Should I use a Coroutine function or a Time.deltaTime equation to add to values overtime?

I’m trying to make an incremental game of sorts. As you may know, incrementing numbers is a huge part of this task and should be done as efficiently as possible. I’ve come across two seemingly similar ways to do this that both seem viable and popular. The first way is simply using a Coroutine and having it add a certain value after a yield return new WaitForSeconds(waitTime) command. The second way is to just constantly add values using something like value += amount * Time.deltaTime and putting it in the Update function. I’d like to know which would be less resource intensive since I’ll be adding tens to hundreds of these, or possibly a new way that is more efficient than both of my known methods. Any information on this topic would be great, as I have not found much in my search queries.
Edit: I thought I would also mention that I am programming in C# and would prefer any code given in C#, although I could transpose if need be.

Edit 2: I also realize you could call an InvokeRepeating() call and simply pass in a function that adds a certain value at a set interval. I am still unsure of how any of these three methods compare in efficiency. Currently, it would seem that the Time.deltaTime equation would be the least resource intensive since it is just a simple equation rather than a whole function, but I am not too sure about that reasoning. At this moment in time, I will likely implement my incrementing functions using that equation and see how it goes. I will be using the general equation of:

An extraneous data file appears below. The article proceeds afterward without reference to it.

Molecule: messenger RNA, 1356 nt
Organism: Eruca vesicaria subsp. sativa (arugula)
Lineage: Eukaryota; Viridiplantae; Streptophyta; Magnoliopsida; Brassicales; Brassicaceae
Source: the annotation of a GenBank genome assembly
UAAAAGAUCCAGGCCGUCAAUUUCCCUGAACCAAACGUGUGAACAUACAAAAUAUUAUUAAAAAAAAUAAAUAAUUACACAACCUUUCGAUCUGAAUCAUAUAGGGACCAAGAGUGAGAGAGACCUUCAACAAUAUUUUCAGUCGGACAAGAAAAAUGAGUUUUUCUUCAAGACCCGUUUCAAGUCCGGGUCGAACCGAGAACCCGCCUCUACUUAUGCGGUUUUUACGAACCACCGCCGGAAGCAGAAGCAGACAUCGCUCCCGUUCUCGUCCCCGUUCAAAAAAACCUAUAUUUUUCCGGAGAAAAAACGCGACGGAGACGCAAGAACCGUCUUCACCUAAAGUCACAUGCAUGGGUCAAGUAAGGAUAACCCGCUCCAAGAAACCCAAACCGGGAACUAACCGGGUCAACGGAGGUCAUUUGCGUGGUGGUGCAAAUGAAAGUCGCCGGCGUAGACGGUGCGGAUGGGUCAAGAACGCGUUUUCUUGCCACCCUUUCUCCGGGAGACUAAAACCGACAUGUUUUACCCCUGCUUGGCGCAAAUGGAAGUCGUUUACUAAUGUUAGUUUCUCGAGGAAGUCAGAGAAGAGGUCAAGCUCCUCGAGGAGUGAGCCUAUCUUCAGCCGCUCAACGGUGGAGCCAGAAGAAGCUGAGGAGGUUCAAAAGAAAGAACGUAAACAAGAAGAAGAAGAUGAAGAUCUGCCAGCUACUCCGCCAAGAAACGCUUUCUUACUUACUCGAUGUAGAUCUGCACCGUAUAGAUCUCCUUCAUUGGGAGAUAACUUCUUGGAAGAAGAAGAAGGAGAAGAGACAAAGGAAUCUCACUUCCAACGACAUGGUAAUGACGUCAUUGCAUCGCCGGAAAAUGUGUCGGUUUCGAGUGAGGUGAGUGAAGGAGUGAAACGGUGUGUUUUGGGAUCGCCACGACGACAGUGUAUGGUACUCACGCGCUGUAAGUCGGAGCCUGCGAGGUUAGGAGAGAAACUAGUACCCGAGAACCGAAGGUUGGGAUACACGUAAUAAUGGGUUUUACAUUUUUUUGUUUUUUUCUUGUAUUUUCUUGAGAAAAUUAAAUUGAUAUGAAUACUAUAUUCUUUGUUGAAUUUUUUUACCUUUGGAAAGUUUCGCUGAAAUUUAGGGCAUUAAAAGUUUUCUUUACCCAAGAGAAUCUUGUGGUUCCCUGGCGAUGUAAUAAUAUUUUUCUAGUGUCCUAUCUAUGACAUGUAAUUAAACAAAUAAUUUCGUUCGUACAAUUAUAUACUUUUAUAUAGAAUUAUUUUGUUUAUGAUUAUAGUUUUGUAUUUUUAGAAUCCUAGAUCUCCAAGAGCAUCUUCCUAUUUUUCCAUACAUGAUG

value += (valueToAddEachInterval * (1 / timeInterval)) * Time.deltaTime;

This will allow me to increment a value by a certain amount in a given interval, such as 5 every 12 seconds. I am still eager to hear back from other users and the techniques they use for such implementations.

Doing this inside of update will likely have better performance than using coroutines - however, the difference will be extremely small. Even doing this hundreds of times concurrently is trivial. You won’t notice the difference until you’re doing it on the order of a few thousand times simultaneously, if at all.

I am pretty confident that this will not be the performance bottleneck of your game. Write whatever code is easiest for you to understand and when you start having performance problems profile your code to determine where you should optimize. This smells like premature optimization which is commonly referred to as “the root of all evil”.